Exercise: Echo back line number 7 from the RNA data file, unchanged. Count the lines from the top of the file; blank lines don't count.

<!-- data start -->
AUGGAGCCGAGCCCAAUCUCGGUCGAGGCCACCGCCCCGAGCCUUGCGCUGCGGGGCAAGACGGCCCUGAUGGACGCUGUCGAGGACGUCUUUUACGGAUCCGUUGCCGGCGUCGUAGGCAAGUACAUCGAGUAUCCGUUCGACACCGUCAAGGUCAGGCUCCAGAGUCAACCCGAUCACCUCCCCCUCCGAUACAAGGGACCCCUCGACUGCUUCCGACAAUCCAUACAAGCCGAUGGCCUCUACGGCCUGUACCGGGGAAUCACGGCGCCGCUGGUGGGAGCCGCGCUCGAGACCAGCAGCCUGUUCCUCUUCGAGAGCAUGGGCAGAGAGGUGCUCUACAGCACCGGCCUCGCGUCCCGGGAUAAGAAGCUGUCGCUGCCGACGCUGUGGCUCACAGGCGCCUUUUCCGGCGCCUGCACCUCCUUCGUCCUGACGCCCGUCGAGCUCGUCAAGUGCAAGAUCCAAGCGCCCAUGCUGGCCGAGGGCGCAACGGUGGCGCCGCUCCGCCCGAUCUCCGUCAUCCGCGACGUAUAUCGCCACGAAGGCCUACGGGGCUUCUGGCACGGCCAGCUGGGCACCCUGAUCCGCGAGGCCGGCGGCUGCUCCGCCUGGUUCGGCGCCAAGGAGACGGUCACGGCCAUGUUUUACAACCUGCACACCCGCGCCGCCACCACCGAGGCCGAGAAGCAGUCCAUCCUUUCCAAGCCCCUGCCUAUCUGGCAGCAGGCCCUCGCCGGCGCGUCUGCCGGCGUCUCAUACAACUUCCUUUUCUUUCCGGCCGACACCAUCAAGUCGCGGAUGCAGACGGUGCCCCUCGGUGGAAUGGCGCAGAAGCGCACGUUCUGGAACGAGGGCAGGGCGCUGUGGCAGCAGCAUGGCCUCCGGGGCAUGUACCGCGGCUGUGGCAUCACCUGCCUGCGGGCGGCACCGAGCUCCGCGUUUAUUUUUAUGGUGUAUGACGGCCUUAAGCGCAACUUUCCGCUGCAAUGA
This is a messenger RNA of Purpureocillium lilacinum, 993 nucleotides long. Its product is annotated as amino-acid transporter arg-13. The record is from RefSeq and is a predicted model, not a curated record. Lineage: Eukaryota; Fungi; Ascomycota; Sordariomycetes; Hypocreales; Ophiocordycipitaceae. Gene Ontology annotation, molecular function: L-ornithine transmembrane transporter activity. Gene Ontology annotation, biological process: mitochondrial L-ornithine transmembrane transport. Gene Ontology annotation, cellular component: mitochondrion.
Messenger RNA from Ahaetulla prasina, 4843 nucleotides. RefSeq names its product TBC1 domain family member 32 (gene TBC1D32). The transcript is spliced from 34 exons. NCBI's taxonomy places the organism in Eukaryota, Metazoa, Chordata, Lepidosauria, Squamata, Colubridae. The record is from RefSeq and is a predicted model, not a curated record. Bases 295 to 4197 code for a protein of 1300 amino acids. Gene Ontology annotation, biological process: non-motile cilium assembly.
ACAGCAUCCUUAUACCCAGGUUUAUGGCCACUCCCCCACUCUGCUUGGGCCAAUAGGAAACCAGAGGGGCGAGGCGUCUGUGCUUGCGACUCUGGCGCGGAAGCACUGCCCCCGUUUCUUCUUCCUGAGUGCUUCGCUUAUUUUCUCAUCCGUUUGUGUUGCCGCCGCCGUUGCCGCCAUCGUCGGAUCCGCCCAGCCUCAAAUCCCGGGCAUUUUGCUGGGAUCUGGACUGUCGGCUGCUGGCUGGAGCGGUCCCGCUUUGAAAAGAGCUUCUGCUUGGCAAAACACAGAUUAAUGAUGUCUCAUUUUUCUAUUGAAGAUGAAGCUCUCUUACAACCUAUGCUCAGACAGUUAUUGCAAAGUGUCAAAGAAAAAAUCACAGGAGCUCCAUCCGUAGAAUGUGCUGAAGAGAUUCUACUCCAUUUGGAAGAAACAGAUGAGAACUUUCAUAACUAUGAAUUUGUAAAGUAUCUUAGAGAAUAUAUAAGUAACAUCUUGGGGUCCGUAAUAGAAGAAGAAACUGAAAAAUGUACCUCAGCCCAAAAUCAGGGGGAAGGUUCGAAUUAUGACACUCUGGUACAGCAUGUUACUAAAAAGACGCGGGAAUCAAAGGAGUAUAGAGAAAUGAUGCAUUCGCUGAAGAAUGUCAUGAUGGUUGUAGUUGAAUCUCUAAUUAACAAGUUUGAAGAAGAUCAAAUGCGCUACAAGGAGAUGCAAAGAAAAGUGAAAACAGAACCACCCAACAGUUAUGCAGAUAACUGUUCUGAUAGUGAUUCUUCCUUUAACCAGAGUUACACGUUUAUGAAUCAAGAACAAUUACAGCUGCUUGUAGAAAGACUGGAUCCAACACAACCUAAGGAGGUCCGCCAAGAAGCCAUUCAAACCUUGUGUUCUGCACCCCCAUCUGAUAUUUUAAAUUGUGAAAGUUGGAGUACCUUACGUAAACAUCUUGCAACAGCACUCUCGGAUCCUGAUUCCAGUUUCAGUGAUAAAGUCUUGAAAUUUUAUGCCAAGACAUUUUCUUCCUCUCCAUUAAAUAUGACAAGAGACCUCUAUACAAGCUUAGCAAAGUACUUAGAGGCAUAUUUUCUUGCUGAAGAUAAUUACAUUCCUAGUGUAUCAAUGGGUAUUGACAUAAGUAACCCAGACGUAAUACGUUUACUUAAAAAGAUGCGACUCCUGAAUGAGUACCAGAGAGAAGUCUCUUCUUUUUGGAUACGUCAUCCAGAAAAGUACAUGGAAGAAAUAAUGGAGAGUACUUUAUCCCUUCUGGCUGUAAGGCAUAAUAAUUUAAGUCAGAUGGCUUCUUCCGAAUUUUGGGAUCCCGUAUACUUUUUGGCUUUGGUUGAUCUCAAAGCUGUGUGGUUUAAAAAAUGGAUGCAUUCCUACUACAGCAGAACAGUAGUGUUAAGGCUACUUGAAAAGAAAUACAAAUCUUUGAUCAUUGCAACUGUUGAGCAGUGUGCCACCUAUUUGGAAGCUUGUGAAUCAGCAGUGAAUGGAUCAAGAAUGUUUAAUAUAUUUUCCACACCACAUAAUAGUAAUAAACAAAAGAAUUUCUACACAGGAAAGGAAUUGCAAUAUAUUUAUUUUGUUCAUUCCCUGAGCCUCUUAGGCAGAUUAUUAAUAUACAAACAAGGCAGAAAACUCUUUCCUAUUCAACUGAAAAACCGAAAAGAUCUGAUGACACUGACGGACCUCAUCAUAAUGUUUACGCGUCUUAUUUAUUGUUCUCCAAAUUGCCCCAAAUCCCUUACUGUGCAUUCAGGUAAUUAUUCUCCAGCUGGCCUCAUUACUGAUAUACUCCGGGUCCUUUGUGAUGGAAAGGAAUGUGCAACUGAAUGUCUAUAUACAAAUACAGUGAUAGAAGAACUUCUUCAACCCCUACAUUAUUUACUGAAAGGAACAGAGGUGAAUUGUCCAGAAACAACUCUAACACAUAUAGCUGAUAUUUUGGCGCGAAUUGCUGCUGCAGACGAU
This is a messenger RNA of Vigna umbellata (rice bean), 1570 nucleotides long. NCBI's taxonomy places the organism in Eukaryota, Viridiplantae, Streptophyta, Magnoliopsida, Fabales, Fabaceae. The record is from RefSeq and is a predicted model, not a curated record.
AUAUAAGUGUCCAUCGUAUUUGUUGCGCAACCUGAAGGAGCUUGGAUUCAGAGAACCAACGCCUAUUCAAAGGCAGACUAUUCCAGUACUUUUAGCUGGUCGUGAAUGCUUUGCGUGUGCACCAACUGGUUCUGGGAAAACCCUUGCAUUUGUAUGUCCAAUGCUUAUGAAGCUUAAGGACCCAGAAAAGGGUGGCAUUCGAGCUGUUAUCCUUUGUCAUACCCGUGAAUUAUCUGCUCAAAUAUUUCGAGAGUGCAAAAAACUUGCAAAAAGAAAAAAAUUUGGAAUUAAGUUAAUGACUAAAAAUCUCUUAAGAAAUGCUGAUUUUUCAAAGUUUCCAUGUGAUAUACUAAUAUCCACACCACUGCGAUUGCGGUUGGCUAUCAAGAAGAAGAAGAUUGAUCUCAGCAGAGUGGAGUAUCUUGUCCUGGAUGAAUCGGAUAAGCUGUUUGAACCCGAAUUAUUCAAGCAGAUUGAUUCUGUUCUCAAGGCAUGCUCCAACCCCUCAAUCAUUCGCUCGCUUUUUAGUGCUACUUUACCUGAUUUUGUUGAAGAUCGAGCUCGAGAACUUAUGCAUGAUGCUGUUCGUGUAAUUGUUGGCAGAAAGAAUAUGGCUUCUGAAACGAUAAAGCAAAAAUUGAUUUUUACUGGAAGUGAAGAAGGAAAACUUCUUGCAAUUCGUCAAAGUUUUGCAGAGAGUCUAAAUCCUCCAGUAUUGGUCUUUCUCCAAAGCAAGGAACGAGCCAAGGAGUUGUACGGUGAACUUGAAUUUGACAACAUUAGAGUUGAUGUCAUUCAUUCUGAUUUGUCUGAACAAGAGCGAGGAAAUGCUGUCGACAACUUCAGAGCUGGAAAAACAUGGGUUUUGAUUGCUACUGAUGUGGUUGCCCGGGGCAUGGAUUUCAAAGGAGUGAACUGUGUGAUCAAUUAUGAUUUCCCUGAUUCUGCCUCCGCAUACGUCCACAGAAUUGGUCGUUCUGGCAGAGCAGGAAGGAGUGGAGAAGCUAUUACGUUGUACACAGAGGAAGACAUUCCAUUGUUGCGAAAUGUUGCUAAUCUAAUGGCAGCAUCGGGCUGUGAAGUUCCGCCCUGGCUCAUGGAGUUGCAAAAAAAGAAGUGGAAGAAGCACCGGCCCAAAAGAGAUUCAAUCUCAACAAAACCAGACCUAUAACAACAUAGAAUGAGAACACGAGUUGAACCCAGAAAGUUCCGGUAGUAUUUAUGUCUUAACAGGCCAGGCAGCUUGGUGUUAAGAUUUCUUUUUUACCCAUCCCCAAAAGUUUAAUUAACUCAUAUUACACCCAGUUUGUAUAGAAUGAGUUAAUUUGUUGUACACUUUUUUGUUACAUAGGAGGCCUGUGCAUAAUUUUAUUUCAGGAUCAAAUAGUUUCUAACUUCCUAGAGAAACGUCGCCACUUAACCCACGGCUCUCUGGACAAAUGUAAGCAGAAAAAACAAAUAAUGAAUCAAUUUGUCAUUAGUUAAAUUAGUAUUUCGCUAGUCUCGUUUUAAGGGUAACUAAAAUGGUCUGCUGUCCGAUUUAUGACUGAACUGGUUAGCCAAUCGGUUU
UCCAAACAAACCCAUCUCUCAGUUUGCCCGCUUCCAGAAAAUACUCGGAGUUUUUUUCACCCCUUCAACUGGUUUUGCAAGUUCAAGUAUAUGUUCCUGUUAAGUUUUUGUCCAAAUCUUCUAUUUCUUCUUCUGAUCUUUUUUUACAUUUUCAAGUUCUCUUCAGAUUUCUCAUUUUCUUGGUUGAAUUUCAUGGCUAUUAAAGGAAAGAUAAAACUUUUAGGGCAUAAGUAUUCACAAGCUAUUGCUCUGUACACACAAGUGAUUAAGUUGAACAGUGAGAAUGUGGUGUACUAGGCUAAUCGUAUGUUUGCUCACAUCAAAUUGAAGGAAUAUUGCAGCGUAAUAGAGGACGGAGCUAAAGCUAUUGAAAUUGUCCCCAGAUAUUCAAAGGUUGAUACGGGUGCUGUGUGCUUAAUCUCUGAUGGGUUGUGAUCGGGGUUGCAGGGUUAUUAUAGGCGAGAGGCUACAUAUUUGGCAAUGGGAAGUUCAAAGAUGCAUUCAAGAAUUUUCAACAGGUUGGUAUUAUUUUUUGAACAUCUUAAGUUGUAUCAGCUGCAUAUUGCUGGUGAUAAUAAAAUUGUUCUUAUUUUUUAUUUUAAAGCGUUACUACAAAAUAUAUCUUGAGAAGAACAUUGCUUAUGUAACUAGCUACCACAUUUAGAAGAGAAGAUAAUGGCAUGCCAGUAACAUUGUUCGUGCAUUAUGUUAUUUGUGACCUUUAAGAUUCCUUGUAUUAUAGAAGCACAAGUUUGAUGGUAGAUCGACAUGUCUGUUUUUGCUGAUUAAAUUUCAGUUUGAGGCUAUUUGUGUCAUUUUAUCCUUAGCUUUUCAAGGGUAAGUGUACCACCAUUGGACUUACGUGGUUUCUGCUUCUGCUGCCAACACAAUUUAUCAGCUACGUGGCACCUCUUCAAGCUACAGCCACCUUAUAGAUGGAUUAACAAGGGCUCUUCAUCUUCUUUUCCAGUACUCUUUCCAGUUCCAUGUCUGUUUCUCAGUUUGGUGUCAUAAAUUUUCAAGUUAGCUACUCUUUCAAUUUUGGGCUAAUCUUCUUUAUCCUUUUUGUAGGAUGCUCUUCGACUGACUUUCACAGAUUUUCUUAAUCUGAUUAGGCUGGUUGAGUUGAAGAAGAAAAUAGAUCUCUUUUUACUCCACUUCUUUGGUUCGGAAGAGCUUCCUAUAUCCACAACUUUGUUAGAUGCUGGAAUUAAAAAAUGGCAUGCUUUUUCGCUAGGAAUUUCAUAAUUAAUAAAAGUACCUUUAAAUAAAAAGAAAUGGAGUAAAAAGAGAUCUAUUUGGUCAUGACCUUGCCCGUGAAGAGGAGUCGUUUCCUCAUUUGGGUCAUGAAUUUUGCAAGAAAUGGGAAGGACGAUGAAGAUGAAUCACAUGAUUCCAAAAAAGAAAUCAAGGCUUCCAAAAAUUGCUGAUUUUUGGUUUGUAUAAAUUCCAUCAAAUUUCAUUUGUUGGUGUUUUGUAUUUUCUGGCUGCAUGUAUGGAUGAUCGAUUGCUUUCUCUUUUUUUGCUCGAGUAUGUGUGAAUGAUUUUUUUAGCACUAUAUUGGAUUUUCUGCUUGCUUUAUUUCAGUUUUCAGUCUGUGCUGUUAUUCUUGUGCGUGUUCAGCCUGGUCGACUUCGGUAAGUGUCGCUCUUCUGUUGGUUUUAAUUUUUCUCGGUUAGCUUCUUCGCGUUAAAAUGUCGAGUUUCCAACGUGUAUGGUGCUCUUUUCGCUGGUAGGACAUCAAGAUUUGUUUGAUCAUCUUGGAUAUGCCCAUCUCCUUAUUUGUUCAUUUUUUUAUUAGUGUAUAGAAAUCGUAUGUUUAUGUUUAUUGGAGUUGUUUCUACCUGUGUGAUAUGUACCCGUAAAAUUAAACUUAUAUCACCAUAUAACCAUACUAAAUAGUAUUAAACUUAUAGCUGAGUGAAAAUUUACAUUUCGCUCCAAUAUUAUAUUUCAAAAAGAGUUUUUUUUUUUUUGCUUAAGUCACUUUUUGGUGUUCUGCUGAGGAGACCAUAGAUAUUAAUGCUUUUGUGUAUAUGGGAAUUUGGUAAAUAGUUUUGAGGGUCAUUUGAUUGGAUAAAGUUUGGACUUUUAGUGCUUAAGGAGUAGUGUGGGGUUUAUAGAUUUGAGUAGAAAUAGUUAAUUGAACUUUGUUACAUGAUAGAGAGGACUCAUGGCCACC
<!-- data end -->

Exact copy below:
UCCAAACAAACCCAUCUCUCAGUUUGCCCGCUUCCAGAAAAUACUCGGAGUUUUUUUCACCCCUUCAACUGGUUUUGCAAGUUCAAGUAUAUGUUCCUGUUAAGUUUUUGUCCAAAUCUUCUAUUUCUUCUUCUGAUCUUUUUUUACAUUUUCAAGUUCUCUUCAGAUUUCUCAUUUUCUUGGUUGAAUUUCAUGGCUAUUAAAGGAAAGAUAAAACUUUUAGGGCAUAAGUAUUCACAAGCUAUUGCUCUGUACACACAAGUGAUUAAGUUGAACAGUGAGAAUGUGGUGUACUAGGCUAAUCGUAUGUUUGCUCACAUCAAAUUGAAGGAAUAUUGCAGCGUAAUAGAGGACGGAGCUAAAGCUAUUGAAAUUGUCCCCAGAUAUUCAAAGGUUGAUACGGGUGCUGUGUGCUUAAUCUCUGAUGGGUUGUGAUCGGGGUUGCAGGGUUAUUAUAGGCGAGAGGCUACAUAUUUGGCAAUGGGAAGUUCAAAGAUGCAUUCAAGAAUUUUCAACAGGUUGGUAUUAUUUUUUGAACAUCUUAAGUUGUAUCAGCUGCAUAUUGCUGGUGAUAAUAAAAUUGUUCUUAUUUUUUAUUUUAAAGCGUUACUACAAAAUAUAUCUUGAGAAGAACAUUGCUUAUGUAACUAGCUACCACAUUUAGAAGAGAAGAUAAUGGCAUGCCAGUAACAUUGUUCGUGCAUUAUGUUAUUUGUGACCUUUAAGAUUCCUUGUAUUAUAGAAGCACAAGUUUGAUGGUAGAUCGACAUGUCUGUUUUUGCUGAUUAAAUUUCAGUUUGAGGCUAUUUGUGUCAUUUUAUCCUUAGCUUUUCAAGGGUAAGUGUACCACCAUUGGACUUACGUGGUUUCUGCUUCUGCUGCCAACACAAUUUAUCAGCUACGUGGCACCUCUUCAAGCUACAGCCACCUUAUAGAUGGAUUAACAAGGGCUCUUCAUCUUCUUUUCCAGUACUCUUUCCAGUUCCAUGUCUGUUUCUCAGUUUGGUGUCAUAAAUUUUCAAGUUAGCUACUCUUUCAAUUUUGGGCUAAUCUUCUUUAUCCUUUUUGUAGGAUGCUCUUCGACUGACUUUCACAGAUUUUCUUAAUCUGAUUAGGCUGGUUGAGUUGAAGAAGAAAAUAGAUCUCUUUUUACUCCACUUCUUUGGUUCGGAAGAGCUUCCUAUAUCCACAACUUUGUUAGAUGCUGGAAUUAAAAAAUGGCAUGCUUUUUCGCUAGGAAUUUCAUAAUUAAUAAAAGUACCUUUAAAUAAAAAGAAAUGGAGUAAAAAGAGAUCUAUUUGGUCAUGACCUUGCCCGUGAAGAGGAGUCGUUUCCUCAUUUGGGUCAUGAAUUUUGCAAGAAAUGGGAAGGACGAUGAAGAUGAAUCACAUGAUUCCAAAAAAGAAAUCAAGGCUUCCAAAAAUUGCUGAUUUUUGGUUUGUAUAAAUUCCAUCAAAUUUCAUUUGUUGGUGUUUUGUAUUUUCUGGCUGCAUGUAUGGAUGAUCGAUUGCUUUCUCUUUUUUUGCUCGAGUAUGUGUGAAUGAUUUUUUUAGCACUAUAUUGGAUUUUCUGCUUGCUUUAUUUCAGUUUUCAGUCUGUGCUGUUAUUCUUGUGCGUGUUCAGCCUGGUCGACUUCGGUAAGUGUCGCUCUUCUGUUGGUUUUAAUUUUUCUCGGUUAGCUUCUUCGCGUUAAAAUGUCGAGUUUCCAACGUGUAUGGUGCUCUUUUCGCUGGUAGGACAUCAAGAUUUGUUUGAUCAUCUUGGAUAUGCCCAUCUCCUUAUUUGUUCAUUUUUUUAUUAGUGUAUAGAAAUCGUAUGUUUAUGUUUAUUGGAGUUGUUUCUACCUGUGUGAUAUGUACCCGUAAAAUUAAACUUAUAUCACCAUAUAACCAUACUAAAUAGUAUUAAACUUAUAGCUGAGUGAAAAUUUACAUUUCGCUCCAAUAUUAUAUUUCAAAAAGAGUUUUUUUUUUUUUGCUUAAGUCACUUUUUGGUGUUCUGCUGAGGAGACCAUAGAUAUUAAUGCUUUUGUGUAUAUGGGAAUUUGGUAAAUAGUUUUGAGGGUCAUUUGAUUGGAUAAAGUUUGGACUUUUAGUGCUUAAGGAGUAGUGUGGGGUUUAUAGAUUUGAGUAGAAAUAGUUAAUUGAACUUUGUUACAUGAUAGAGAGGACUCAUGGCCACC